Much of the action switches to Washington where G20 finance ministers and central bankers are gathering for the IMF’s spring conference.
Britain’s main political parties will publish their election manifestos this week after what seems likes weeks of campaigning already, none of which has significantly shifted the polls putting the ruling Conservatives and opposition Labour party neck-and-neck.
Labour will launch its manifesto today with the Conservatives following on Tuesday.
The head of euro zone finance ministers urged Greece on Monday to “stop wasting time” and buckle down to serious talks on implementing a reform programme to secure urgently needed funds from its international creditors.
(Updates with guest photos and new links).
Join our special coverage Oct. 6-10 in the Global Markets Forum as we hit the road, from the West Coast to Washington to the Great White North.
By Ann Saphir
Federal Reserve policymakers are expected next week to trim their monthly purchases of bonds by another $10 billion, putting them on track to end the massive program by October or December. So – which will it be, October or December? Some Fed officials are pushing for an answer, and soon.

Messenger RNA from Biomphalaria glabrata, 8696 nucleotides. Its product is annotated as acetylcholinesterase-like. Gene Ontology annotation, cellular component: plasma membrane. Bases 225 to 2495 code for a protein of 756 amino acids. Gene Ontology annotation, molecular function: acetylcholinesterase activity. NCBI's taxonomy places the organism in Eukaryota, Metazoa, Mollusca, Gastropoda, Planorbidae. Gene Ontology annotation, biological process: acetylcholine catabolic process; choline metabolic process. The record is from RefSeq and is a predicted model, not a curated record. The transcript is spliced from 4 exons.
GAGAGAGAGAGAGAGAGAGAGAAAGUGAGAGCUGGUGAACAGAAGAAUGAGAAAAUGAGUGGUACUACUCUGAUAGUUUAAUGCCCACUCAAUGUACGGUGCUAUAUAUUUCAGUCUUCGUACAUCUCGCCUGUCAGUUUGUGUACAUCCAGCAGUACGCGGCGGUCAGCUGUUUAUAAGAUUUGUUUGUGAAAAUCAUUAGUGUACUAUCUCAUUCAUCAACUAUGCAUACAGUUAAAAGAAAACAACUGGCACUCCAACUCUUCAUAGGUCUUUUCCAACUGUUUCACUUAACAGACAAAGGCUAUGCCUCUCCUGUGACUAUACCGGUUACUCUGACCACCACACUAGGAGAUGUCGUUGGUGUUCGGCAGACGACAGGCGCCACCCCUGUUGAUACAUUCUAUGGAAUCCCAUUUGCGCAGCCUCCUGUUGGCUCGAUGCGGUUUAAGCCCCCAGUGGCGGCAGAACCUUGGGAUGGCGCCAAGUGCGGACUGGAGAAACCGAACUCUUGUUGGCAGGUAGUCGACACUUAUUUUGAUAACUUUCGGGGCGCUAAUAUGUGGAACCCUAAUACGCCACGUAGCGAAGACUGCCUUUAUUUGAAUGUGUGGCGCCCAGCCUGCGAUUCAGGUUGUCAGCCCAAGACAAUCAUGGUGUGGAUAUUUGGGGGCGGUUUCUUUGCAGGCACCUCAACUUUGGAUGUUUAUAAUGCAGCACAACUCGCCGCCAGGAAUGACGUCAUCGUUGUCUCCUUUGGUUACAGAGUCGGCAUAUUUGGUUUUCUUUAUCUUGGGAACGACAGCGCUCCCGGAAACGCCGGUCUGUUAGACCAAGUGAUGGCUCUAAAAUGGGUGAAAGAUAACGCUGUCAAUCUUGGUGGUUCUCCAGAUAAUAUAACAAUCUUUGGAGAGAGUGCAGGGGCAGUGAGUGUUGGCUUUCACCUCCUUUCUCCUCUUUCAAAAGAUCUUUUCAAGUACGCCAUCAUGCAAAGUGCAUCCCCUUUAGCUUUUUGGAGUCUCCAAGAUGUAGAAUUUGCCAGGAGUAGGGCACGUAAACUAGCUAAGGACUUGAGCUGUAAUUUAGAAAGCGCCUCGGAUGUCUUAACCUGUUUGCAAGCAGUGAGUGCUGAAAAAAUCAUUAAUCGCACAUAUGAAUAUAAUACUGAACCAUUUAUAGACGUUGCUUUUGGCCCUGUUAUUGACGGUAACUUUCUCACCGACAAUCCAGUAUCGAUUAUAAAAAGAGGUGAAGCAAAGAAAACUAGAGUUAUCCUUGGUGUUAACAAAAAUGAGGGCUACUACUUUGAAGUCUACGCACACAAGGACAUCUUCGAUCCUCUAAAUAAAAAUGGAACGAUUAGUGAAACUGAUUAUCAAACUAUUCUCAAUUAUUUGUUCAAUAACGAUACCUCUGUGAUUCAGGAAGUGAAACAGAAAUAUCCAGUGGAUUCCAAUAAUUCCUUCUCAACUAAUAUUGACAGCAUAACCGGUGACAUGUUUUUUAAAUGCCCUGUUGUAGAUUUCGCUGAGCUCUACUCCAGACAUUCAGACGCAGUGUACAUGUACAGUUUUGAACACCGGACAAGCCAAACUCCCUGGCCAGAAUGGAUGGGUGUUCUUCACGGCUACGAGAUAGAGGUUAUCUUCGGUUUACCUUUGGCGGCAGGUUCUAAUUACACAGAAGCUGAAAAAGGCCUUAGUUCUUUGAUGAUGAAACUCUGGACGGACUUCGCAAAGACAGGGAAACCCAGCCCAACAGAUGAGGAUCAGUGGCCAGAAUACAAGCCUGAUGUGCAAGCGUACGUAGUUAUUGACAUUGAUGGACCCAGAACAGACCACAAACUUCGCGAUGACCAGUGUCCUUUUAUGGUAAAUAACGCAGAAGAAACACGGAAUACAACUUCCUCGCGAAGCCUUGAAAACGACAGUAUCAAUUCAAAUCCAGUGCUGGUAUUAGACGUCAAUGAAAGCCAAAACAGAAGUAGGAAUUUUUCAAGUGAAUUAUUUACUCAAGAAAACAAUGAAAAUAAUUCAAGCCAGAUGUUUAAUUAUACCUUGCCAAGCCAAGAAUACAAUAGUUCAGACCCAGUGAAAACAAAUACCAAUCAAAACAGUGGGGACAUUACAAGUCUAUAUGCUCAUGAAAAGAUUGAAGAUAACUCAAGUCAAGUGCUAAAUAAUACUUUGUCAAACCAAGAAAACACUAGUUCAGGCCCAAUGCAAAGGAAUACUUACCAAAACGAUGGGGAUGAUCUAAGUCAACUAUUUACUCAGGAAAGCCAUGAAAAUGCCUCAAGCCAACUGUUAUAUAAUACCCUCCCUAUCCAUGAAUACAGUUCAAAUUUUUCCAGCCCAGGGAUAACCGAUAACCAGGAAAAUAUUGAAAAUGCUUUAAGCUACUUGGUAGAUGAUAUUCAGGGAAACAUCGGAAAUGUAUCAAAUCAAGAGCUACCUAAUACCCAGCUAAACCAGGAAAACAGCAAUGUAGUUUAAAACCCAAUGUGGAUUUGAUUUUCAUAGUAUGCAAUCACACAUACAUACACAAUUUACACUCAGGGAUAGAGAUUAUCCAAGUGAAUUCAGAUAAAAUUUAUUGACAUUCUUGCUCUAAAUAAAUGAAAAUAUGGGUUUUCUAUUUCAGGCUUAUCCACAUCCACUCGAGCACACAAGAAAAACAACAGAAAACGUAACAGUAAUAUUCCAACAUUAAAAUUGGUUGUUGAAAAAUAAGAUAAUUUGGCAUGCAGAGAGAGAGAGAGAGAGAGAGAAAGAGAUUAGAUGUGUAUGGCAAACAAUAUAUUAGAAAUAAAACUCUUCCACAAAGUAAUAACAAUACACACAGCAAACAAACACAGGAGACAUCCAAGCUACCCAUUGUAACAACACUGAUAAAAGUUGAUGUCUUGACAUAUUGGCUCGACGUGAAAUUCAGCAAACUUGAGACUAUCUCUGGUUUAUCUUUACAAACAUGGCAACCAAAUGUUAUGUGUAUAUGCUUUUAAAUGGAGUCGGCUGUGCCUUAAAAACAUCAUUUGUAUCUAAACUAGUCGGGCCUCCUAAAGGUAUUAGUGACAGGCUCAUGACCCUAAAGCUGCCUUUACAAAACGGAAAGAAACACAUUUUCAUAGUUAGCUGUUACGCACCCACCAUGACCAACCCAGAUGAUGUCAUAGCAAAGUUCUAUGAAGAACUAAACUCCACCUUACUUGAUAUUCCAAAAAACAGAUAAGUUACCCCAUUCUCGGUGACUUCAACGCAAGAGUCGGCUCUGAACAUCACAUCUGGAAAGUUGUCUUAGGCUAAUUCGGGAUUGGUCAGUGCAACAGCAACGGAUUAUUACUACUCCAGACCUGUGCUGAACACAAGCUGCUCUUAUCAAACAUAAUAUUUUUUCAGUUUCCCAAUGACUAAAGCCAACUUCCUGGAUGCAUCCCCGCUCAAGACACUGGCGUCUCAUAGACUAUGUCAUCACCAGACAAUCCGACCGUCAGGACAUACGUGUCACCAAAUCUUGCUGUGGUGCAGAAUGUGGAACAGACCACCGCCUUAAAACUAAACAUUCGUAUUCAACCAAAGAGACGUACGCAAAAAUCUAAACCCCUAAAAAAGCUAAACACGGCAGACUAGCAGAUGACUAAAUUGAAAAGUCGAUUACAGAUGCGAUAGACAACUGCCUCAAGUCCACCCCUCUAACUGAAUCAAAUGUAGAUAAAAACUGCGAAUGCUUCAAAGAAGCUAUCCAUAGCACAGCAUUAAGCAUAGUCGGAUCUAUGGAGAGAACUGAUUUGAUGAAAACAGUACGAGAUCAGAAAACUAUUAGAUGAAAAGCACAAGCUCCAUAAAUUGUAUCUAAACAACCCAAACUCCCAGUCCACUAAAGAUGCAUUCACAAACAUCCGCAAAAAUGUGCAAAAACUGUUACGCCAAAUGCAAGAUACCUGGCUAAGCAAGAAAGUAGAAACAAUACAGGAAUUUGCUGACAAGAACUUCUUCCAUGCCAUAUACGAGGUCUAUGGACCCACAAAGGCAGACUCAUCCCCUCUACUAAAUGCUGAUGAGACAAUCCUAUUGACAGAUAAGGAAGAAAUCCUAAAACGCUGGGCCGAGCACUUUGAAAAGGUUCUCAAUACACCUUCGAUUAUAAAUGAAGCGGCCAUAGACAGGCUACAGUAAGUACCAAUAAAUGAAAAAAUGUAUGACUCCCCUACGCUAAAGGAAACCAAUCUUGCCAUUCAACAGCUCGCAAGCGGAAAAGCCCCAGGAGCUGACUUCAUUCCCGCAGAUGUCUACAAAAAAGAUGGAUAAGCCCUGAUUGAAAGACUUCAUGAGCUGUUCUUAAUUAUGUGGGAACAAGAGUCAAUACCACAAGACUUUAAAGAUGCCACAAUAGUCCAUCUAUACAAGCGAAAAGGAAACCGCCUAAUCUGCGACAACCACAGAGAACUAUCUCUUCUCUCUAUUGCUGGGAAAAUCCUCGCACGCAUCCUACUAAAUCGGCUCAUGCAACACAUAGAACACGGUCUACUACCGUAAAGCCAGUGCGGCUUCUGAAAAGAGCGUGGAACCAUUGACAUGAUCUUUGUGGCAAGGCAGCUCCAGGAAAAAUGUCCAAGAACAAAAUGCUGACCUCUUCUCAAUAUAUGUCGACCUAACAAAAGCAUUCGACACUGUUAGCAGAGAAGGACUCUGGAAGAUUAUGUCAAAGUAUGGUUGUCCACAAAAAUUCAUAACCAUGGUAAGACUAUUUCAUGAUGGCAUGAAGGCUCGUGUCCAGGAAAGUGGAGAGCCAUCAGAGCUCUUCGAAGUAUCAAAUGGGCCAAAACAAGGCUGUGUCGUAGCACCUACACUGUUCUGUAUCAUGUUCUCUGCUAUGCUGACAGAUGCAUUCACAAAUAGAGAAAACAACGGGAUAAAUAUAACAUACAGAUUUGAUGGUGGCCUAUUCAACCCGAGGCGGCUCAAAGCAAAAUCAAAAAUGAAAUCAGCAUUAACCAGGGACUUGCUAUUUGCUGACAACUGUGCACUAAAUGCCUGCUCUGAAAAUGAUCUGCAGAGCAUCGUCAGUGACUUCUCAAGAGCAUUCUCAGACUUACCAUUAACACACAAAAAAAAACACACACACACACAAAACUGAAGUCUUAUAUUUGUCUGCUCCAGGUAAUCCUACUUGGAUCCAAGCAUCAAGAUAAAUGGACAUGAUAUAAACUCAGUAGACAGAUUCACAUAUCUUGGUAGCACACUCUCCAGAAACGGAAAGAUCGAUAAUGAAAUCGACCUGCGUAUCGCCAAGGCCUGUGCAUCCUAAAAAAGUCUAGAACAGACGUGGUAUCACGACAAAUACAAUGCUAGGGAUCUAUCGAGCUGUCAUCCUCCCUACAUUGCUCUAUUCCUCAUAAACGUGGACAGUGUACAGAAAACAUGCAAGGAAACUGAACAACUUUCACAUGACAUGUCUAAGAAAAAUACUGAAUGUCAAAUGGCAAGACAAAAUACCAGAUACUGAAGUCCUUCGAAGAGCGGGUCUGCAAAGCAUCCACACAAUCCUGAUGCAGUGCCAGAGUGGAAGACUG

It wasn't a good year for emerging market bonds, with all three main debt benchmarks posting negative returns for the first time since 2008. But the benchmark indices run by JPMorgan nevertheless saw a modest increase in market capitalisation, and assets of the funds that benchmark to these indices also rose.
Are Mr and Mrs Watanabe preparing to return to emerging markets in a big way?
Mom and pop Japanese investors, collectively been dubbed the Watanabes, last month snapped up a large volume of uridashi bonds (bonds in foreign currencies marketed to small-time Japanese investors), and sales of Brazilian real uridashi rose last month to the highest since July 2010, Barclays analysts say, citing official data.